1) Onitah (E: 'nDj, Sound, Hale; or, E: wntj, wntt, wnj.tw, etc.)
2) Olimlah (E in pattern: Great is Amun-Re, Wrj-jmn-r'; I magnify Ra, Wr-n(.j)-r', Hugh Nibley; or even, Great is Amun-Re, '3j-jmn-r')
3) Shulem (WS, from Ebla: Reconciled, Hugh Nibley)
4) Olishem (WS, perhaps from 'ly shm, the High Place of Heaven, Hugh Nibley; compare the attested place name that Professor Christopher Woods transcribes as Ulishim)
5) Jershon (WS, Place of Inheritance, Stephen Ricks, Book of Mormon Onomasticon Project).
6) Shagreel (WS, Shagre-el, the name of a star; a known star deity, perhaps Sirius, Hugh Nibley)
Also introducing. . .
7) the princess Katumin (E in pattern: Qdw-jmn, Qdw-mn, Amun (or Min) created (me); less likely is complicated K3(.j)-dj(.w)-jmn, my ka is the one Amun has given. The Egyptian grapheme d would have been pronounced /t/.
To these, we can also add a new place name from the Abraham chapters of the New Translation of the Bible (JST Genesis 14:10):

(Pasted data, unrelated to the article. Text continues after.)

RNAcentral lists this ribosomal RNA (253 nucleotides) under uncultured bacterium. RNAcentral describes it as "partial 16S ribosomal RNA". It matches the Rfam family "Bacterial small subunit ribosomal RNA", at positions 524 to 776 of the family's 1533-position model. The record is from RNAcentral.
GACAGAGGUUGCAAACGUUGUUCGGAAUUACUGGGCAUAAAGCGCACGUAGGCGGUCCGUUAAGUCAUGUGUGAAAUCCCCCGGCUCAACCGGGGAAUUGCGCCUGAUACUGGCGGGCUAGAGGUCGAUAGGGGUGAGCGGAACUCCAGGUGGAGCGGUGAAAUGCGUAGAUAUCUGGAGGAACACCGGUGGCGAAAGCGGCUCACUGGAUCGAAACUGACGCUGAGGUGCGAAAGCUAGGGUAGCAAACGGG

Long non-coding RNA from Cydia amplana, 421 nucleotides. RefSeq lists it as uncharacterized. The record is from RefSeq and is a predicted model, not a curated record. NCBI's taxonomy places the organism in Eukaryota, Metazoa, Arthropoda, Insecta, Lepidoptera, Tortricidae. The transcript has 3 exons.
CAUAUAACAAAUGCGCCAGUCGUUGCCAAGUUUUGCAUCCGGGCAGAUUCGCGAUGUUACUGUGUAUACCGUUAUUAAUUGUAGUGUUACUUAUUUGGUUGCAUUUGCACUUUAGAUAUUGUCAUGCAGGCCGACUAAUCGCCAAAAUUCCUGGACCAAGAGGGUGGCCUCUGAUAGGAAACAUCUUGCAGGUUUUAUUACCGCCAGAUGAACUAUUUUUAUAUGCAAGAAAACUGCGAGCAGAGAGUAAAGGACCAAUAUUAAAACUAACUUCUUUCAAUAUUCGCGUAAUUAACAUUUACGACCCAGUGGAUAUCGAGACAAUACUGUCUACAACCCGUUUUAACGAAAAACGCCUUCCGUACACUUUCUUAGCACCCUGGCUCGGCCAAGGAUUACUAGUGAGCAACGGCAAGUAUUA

8) Mount Hanabal (WS: Hanna-Ba'al, Ba'al is Gracious). Mount Hanabal apparently takes her place among the Mountains of Moab, the right setting for the cult of Ba'al.
Fourteen pages pack in a lot of authentic Egyptian and Canaanite names, themes, and scenarios.
Critics of the Book of Abraham's setting in Ancient Syria and Egypt have a lot of explaining to do.
Olishem: Hugh Nibley, An Approach to the Book of Abraham, 415.
Additional comments in Val Sederholm, "The Plain of Olishem and the Field of Abram"
Ulishim: Christopher Woods, "The Practice of Egyptian Religion at 'Ur of the Chaldees'?" pages 89-91, in Robert K. Ritner, The Joseph Smith Egyptian Papyrus: A Complete Edition (2013).
Olimlah: Hugh Nibley, Abraham in Egypt, 587-88 (Wr-jmn-r' = Hermann Ranke, Die Aegyptischen Personennamen, 1:80; Wr-n(.j)-rj = Konrad Hoffmann, "Die theophoren Personennamen des aelteren Aegyptens," Untersuchungen zur Geschichte und Altertumskunde Aegyptens, 7:51-51)
Shulem: Hugh Nibley, Abraham in Egypt, 451. Hugh Nibley calls Shulem a "good Syrian and Canaanite" name; Ebla PN's Database gives the reading Reconciled.
Hanabal: Val Sederholm, "Joseph Smith and Hannibal: Mount Hanabal in Joseph Smith Translation Genesis 14:10"